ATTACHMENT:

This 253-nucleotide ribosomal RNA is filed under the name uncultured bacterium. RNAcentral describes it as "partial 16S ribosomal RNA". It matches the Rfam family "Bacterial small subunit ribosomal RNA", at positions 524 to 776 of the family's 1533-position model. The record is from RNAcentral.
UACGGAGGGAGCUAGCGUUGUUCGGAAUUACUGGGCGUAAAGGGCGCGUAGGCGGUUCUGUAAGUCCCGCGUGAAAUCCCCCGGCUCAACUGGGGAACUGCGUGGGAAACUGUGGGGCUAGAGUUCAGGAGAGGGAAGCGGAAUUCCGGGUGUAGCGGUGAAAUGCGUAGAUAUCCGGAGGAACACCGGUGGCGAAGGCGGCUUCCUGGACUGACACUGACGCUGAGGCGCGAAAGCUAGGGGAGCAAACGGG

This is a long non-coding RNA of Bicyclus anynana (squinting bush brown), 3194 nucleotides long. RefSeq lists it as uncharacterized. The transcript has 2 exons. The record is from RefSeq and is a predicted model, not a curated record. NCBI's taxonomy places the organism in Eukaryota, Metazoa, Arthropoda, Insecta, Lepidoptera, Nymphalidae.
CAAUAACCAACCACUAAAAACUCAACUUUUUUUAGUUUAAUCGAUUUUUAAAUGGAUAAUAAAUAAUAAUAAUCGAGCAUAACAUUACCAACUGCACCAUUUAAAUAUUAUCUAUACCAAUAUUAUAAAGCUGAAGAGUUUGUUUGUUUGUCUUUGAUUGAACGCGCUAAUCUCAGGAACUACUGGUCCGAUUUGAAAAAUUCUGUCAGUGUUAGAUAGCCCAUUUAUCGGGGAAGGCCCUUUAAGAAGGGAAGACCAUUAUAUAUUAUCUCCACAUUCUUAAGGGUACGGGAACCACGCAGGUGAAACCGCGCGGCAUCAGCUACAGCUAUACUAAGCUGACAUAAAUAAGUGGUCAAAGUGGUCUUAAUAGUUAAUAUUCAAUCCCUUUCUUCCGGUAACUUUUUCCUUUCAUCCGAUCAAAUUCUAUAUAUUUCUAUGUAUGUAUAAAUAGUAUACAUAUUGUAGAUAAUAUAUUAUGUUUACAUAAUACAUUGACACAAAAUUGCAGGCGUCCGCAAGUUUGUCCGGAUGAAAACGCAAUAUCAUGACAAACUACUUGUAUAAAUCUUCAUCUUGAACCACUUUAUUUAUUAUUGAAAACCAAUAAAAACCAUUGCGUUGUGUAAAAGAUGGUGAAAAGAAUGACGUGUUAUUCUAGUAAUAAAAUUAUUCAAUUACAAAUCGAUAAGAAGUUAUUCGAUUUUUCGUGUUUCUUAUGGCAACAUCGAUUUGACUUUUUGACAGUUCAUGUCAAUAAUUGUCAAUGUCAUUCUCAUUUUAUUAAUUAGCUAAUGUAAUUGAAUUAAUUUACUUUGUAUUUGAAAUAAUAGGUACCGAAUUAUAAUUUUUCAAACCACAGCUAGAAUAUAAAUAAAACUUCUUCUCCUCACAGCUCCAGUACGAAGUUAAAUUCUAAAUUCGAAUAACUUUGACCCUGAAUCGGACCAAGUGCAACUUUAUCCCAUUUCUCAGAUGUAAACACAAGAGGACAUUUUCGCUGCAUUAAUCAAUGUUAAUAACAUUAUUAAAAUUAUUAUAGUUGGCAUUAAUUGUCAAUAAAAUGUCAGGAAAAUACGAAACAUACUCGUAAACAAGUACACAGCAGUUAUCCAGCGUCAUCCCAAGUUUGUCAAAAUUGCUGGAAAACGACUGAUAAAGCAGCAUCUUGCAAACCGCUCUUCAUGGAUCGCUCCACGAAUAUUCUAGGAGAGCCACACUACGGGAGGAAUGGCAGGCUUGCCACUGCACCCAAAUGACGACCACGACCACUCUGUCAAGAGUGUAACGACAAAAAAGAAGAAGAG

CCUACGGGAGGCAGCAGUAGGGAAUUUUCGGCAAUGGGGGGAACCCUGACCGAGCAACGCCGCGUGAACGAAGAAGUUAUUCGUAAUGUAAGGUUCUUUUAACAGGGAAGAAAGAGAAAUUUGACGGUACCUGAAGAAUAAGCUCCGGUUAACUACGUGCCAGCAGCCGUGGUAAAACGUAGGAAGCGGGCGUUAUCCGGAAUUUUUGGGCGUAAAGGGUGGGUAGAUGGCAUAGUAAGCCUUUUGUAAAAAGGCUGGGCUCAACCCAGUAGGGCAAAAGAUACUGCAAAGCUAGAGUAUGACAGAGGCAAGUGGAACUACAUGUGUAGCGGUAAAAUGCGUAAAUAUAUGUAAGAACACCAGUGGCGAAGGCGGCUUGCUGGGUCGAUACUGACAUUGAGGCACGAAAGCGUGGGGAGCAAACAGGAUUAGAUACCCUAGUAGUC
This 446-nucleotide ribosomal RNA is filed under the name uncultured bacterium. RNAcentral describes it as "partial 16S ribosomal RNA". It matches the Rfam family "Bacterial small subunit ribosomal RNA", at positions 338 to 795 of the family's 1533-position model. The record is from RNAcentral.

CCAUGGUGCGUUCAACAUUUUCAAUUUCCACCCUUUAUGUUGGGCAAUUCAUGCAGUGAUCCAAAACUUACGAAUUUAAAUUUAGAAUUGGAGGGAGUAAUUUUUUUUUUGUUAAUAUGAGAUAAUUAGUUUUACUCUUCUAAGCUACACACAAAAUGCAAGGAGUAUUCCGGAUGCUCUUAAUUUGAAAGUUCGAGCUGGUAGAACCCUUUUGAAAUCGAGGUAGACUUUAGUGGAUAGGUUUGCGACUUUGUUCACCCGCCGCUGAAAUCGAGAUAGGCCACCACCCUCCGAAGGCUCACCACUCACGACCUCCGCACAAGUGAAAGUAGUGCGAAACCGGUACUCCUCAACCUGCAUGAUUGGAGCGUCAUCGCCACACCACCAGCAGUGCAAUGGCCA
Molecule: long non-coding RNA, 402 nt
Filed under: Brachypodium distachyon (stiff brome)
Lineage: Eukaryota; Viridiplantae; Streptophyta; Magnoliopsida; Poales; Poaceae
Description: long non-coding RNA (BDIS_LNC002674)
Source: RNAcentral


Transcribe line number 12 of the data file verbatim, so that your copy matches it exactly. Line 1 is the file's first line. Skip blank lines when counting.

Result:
Source: RNAcentral